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Seven things you didn't know about organic food

You & Yours has been looking into the world of organic food and has drawn together seven surprising facts.

From dancing cows to the debate about health benefits, it makes for a fascinating read.

1. Experts can't agree if it's better for you or not

There's disagreement amongst nutritionists and academics. Public Health England says the 'balance of current scientific evidence' does not support the idea that organic fruit, vegetables and meat are more nutritious. But academics at Newcastle University say they've proven organic food has a different nutritional make-up, for example it has more anti-oxidants. Critics say they've found small variances - and that it's not an indication it would be better for us to eat.

Are there any benefits to eating organic?

The scientific research behind the health benefits of organic food.

2. 1.4% of the UK's food and drink is organic

The organic sector accounts for 1.4 percent of the UK's multi-billion pound food and drink market, according to the National Farmers Union. At the moment a lot of the organic food grown in this Country is imported - so the NFU says this could represent an opportunity for UK producers to grow more.

3. It takes two years to convert to an organic farm

Farmers must register with an organic certification body if they want to sell organic products. It then has to be inspected. The conversion process takes around two years, depending on the type of land and crops being grown. Government grants are available for those who want to do it.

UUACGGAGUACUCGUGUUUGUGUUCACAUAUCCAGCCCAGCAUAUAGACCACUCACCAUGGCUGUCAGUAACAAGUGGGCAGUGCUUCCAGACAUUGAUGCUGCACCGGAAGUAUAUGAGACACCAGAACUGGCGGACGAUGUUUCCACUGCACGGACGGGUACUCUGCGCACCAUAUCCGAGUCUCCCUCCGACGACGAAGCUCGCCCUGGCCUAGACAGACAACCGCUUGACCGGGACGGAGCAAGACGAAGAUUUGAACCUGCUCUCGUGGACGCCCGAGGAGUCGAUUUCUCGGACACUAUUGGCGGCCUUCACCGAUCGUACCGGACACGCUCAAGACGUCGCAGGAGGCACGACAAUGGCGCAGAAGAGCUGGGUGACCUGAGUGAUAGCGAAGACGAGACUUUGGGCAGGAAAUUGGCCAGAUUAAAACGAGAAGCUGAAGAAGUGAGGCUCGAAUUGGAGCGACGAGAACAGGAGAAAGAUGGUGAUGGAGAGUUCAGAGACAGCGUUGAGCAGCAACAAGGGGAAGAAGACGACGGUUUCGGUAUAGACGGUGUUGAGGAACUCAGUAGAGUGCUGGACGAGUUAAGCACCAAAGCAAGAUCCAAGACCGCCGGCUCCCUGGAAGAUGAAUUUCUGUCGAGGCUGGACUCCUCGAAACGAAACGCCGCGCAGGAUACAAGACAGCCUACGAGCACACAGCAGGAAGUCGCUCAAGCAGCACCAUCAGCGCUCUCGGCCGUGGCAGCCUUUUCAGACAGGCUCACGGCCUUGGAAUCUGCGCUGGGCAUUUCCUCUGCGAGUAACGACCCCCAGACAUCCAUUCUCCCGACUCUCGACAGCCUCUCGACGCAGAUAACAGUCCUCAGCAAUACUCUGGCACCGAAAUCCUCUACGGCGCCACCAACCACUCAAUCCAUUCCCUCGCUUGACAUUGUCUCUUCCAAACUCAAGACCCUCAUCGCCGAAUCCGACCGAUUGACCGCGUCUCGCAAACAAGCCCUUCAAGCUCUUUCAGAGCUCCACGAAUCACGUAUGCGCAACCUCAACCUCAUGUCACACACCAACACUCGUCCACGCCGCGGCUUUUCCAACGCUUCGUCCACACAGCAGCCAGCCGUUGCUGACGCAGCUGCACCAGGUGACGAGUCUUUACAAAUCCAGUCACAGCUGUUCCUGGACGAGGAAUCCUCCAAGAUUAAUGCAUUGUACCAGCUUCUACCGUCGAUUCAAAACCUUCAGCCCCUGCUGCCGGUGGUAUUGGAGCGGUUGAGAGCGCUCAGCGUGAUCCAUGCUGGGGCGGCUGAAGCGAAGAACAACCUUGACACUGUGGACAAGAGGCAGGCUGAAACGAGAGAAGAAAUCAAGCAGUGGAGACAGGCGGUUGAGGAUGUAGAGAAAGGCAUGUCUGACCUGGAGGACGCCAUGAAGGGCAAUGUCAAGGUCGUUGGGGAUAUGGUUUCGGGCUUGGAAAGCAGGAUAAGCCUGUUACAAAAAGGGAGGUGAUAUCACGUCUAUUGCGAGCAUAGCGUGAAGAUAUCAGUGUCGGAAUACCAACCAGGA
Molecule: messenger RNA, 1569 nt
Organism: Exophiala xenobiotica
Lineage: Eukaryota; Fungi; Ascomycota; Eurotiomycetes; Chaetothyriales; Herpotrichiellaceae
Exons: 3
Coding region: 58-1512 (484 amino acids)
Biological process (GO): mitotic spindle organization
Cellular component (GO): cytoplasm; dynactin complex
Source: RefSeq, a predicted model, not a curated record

4. Prices are high: organic milk can be 70% more expensive

The UK organic market has been growing for the past five years, according to the Soil Association. It says total sales of organic products increased by 7.1% in 2016 while non-organic sales declined. That's despite higher prices for organic food. Arla, one of the world's largest dairies, says its organic milk on sale in the UK can cost up to 70 percent more than their other milk.

5. Organic food is more popular in Denmark than anywhere else in the world

Half the Danish population buy organic products at least once and a week and it accounts for 8.4% of all food and drink sales there.
In Denmark eating Organic is considered 'folkeligt' the word describes something which people feel proud of or part of.

6. Denmark has a special holiday for organic cows to 'dance' outside

On the third Sunday of April, rural Denmark comes to a standstill to celebrate National Organic Day. This is the date when Denmark's 60,000 organic cows are let out of their barns for summer to graze on grass - an event so exciting that the creatures are said to run, leap, buck and even "dance" with joy.

What can the UK learn from Denmark?

Half the Danish population buy organic products at least once a week.

7. But it could make you feel good anyway...

A few years ago scientists at Abertay University carried out a study which suggested organic and fair trade food may taste subjectively better and that it delivers greater 'moral satisfaction'. Basically people were given different foods and told some were ethical and some weren't - and they said the ethical stuff tasted better. But they did have to value ethical food production - if they didn't care, the effect wasn't the same.